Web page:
Secrets of Sudbury #1Web exclusive: Secrets of Sudbury. A is for Architecture.Summer 2011 A few of the city’s heritage buildings have missed the wreaker’s ball. Here are some favourites:
The former CPR telegraph and ticket office, Elgin St. at Elm St. W.
This building was constructed in 1914 and served as one of the largest telegraph repeating stations on the CPR line between Montreal and Vancouver. It is one of the best surviving examples of railway architecture of its time. Currently the building, owned by the city, is home to a Mexican restaurant.
Sudbury’s flat iron building: Moses Block, Elgin St. at Durham St.
Built in 1910 and rebuilt with a third floor in 1945 after a fire, Hascal Moses ran a jewelry and book store in this flat iron building. His son, Wolfe Moses, took over the building, which became a landmark as Wolfe’s Bookstore. The building also housed the local office of a fur company
Now the home of 50 Carleton, an advertising company and a restaurant, the flat iron building is painted a distinct greenish blue. The Moses flat iron building complements another flat iron-shaped building, home of the Ledo Hotel, at Van Horn and Elgin. The original building on that corner, another hotel, looked similar to the Moses Building.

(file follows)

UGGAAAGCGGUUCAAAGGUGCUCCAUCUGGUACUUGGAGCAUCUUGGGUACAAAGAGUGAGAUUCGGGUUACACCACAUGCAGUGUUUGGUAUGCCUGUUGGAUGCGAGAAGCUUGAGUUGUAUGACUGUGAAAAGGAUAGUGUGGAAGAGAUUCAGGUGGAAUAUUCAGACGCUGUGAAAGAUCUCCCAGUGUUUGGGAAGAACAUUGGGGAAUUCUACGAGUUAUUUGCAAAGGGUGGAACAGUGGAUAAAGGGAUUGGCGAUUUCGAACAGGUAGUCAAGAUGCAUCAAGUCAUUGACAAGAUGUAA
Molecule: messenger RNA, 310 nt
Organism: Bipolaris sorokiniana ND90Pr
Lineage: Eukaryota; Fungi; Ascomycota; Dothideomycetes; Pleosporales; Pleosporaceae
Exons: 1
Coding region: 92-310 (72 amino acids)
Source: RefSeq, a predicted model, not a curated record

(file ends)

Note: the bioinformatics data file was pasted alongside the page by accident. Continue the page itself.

Former Inco Club, Frood Rd.
This building built in 1938, served as a major focus of social activity in the community when it was the Inco Club This art modern/art deco building originally housed a fitness and social centre with a multi-purpose gym. The first productions of the Sudbury Theatre Centre were held in this building. For many years, the building was the home of the Cambrian Foundation. The building is now owned by a private business and used for offices.
Information for this article came from the City of Sudbury’s 1990 publication Heritage Landmark.